The Investigation of Interns', Teachers', and Principals' Perceptions of Preparedness in Elementary Education
Type of DegreePhD Dissertation
Curriculum and Teaching
Restriction TypeAuburn University Users
MetadataShow full item record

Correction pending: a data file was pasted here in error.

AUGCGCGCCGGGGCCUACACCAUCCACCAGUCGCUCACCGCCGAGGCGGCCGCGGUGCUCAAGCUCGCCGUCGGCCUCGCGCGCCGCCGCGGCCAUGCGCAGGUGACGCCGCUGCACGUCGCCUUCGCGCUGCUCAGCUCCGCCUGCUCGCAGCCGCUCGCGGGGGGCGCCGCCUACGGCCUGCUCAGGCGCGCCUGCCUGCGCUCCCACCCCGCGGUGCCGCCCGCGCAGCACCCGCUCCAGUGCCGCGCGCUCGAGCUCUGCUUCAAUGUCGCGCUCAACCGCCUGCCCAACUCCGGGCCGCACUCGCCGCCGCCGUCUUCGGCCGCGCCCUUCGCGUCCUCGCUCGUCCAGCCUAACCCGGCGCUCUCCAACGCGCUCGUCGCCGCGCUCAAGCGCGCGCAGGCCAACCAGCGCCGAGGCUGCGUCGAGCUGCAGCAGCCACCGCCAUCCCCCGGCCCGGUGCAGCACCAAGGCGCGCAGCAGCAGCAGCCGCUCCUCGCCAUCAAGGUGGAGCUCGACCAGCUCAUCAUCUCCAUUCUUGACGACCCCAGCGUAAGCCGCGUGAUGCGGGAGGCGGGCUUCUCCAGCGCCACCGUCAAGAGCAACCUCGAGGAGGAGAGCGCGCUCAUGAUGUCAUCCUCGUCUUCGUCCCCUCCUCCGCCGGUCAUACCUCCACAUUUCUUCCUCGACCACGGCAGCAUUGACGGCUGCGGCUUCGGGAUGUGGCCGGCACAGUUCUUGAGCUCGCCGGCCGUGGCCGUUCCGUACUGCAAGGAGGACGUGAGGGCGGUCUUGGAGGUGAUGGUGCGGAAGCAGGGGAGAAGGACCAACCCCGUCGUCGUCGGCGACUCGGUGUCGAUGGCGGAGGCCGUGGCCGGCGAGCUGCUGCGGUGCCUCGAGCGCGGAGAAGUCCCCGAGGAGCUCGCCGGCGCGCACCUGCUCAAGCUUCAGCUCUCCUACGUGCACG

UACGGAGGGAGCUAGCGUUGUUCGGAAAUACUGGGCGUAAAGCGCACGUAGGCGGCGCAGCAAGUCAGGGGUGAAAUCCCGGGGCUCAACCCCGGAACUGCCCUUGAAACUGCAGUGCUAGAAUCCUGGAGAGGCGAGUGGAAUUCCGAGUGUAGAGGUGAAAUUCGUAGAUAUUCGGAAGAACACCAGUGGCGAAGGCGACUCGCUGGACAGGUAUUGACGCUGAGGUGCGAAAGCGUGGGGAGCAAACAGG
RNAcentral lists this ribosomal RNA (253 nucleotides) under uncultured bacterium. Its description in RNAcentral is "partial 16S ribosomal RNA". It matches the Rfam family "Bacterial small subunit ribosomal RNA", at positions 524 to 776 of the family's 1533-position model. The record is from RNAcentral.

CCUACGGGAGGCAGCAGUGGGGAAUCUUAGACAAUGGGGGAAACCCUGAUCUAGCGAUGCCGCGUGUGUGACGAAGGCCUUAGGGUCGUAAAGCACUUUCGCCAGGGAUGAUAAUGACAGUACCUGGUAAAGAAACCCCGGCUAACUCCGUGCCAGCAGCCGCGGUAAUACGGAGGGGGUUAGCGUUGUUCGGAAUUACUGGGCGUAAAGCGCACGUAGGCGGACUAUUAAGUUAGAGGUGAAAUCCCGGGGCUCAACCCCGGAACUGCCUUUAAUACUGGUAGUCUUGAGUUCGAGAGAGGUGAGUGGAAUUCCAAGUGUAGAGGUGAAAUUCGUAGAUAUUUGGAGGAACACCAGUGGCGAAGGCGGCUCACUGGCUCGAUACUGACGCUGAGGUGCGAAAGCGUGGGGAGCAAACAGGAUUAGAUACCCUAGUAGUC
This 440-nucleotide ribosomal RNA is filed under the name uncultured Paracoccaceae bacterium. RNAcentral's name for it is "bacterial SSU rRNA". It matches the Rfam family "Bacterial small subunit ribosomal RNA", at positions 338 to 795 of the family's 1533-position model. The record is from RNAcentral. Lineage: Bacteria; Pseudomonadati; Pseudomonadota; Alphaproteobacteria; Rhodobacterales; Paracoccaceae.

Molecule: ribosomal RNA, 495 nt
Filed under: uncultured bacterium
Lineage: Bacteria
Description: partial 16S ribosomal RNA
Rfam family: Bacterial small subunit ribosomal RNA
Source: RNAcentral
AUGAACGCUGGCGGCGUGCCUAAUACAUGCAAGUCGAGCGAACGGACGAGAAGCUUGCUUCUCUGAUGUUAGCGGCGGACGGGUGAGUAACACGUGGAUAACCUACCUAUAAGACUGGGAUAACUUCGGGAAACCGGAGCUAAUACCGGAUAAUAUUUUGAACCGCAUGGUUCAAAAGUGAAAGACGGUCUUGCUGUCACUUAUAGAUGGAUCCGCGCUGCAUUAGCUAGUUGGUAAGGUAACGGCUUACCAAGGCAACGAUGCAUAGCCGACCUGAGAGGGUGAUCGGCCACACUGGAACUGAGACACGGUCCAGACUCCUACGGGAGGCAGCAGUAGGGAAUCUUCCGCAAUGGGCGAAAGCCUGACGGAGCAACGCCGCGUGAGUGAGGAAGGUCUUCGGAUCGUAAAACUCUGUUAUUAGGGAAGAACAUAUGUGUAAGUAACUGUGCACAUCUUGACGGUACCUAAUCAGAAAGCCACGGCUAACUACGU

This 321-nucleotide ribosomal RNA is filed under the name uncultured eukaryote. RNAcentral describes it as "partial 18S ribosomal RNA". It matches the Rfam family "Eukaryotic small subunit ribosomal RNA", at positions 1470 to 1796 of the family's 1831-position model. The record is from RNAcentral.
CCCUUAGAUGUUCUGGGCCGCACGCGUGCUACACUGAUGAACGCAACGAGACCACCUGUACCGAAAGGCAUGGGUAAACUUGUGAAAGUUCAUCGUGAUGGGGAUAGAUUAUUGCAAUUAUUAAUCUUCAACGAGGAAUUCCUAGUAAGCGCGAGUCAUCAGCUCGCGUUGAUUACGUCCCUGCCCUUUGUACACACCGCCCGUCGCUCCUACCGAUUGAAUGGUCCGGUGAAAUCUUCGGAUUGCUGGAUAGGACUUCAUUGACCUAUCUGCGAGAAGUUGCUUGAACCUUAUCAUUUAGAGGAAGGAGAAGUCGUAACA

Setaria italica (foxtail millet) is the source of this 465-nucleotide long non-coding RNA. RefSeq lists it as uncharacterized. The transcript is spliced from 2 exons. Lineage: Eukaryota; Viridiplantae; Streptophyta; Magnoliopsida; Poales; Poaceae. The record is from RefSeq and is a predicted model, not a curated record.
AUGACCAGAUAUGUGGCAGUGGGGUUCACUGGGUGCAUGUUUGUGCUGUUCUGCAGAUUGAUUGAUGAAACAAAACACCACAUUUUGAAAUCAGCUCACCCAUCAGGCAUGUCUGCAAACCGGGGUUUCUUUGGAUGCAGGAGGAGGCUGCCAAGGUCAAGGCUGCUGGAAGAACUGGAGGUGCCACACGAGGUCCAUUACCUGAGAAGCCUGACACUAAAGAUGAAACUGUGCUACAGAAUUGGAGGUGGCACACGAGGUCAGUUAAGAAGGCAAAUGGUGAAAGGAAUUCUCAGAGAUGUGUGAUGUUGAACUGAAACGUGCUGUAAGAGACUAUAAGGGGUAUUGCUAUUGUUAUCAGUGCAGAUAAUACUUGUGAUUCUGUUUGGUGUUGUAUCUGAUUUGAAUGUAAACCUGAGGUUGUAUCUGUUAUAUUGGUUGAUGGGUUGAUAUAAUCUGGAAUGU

Forty to 50 percent of teachers are leaving the teaching profession in their first five years due to a lack of confidence and a feeling of incompetence when trying to meet the needs of their students in the classroom (Ingersoll, 2007; Kersaint, 2005: Darling-Hammond, Chung, & Frelow, 2002). While teacher attrition is going up, student achievement is coming down (Duncan, 2010). This study investigated the perceptions of elementary interns, cooperating teachers, and principals on the preparedness of the elementary interns when they entered their internships. In this study, the researcher was looking for ways to tweak teacher preparation programs, so that interns, and later classroom teachers, would be more confident and competent in helping their students achieve in the classroom. The data from this investigation revealed that there was a need among the elementary interns to have more knowledge and skills in several areas including Special Education, English Language Learners, Classroom Management, Writing, Differentiation, and Field Experiences.